Among TV tuners, Blu-ray players and other set-top boxes, you’ll come across two types of web-enabled devices: Internet connectable and Google TV. Don’t get these two confused. An Internet connectable TV, TV tuner or Blu-ray player is very different from a device with Google TV. In fact, one Internet connectable TV tuner may be significantly different from another device described as Internet connectable. Usually, Google TV is more expensive—but not always—so it’s important to know which is a better deal.
What Does Internet Connectable Mean?
Internet connectable is a product feature, whereas Google TV is a product in itself. This may seem confusing, but it’s important to note the difference. When something is advertised as equipped with Google TV, it means something very specific (which we’ll discuss later). When something is advertised as Internet connectable, it means that it has access to some Internet content via an Ethernet or WiFi connection. What type of Internet content and how you access it will vary among manufacturers, and even among models made by the same company. Usually, it comes in the form of widgets for checking the weather, news or stock quotes, as well as support for streaming video from Netflix, YouTube, Blockbuster Online and other services. The applications come pre-installed on your device, and you won’t typically have the option to add new apps or widgets.
Also, note that Internet connectable TVs will not usually have web browsers or email support. Your access to the Internet will be limited to the applications and services pre-loaded on your device. This represents the largest downside of an Internet connectable TV, as it can quickly become outdated as services come and go.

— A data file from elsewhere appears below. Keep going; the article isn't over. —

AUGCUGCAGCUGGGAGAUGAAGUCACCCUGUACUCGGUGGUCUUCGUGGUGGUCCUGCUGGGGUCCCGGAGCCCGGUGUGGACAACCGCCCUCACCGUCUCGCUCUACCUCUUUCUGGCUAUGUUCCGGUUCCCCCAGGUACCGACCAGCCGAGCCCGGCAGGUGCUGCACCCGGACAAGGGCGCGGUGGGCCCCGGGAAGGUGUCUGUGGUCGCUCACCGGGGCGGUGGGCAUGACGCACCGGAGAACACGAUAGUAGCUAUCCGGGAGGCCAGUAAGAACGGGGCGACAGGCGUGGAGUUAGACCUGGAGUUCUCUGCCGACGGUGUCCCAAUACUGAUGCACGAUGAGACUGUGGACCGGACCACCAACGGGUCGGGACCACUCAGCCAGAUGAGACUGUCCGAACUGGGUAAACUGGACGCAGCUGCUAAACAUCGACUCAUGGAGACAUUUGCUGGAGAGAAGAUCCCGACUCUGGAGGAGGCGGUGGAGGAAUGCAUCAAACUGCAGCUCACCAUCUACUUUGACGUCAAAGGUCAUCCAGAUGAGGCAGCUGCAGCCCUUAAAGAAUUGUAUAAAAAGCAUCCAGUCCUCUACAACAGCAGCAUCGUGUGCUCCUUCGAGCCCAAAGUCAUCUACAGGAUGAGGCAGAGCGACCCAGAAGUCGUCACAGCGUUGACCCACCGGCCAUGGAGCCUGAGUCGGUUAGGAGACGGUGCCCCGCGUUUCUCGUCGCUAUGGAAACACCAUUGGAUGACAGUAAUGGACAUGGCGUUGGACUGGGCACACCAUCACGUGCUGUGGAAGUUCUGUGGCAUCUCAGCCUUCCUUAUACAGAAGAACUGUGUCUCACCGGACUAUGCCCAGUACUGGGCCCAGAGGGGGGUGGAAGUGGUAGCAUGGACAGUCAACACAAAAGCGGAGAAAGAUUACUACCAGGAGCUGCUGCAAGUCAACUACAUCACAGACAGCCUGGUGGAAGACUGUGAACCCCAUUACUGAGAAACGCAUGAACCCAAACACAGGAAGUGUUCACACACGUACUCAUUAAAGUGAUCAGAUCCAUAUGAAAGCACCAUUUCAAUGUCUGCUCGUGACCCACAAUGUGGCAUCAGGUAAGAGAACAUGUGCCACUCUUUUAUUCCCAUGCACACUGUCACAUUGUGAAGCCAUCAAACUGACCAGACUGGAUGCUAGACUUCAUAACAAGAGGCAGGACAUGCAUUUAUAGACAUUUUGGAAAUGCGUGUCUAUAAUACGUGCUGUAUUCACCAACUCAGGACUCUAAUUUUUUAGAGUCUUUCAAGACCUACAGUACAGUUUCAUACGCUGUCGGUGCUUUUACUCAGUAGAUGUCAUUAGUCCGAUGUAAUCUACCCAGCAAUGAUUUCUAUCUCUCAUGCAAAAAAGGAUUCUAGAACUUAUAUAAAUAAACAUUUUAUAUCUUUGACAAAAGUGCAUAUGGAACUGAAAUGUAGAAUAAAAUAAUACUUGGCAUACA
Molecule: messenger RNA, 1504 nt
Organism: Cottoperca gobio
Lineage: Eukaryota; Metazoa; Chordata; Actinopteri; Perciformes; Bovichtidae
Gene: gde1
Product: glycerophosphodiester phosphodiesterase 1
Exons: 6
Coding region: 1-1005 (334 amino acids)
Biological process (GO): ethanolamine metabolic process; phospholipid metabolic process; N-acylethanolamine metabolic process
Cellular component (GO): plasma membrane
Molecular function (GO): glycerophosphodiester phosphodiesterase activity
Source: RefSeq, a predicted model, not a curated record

Google TV is the first commercially viable SmartTV platform. Google TV is a full-fledged operating system, similar to the platform that runs on tablets and smartphones. This concept should be familiar to you if you own an iPhone or Android smartphone. You can add and remove apps and widgets and upgrade your existing applications when updates are available. Your Google TV may come with support for Netflix or Hulu Plus or other popular streaming video services pre-installed, but you have the option to add new services, widgets, games and apps down the road. You can even add applications that weren’t released when you purchased your Google TV device. Google TV also includes a web browser and support for a number of Google products, including Gmail, Picasa, YouTube and more.
Because Google TV is a third-party OS, it’s subject to less control and restrictions than a proprietary Internet connectable device. Bottom-line: you can do more with Google TV. And, of course, a Google TV device is a TV tuner, too, meaning you can access over-the-air or cable or satellite content as well.
Think of it this way: Google TV is more like a computer that receives television signals, whereas an Internet connectable TV is more like a TV that has limited access to the Internet. Just like you can upgrade and customize the software on a computer, Google TV leaves plenty of room for expansion.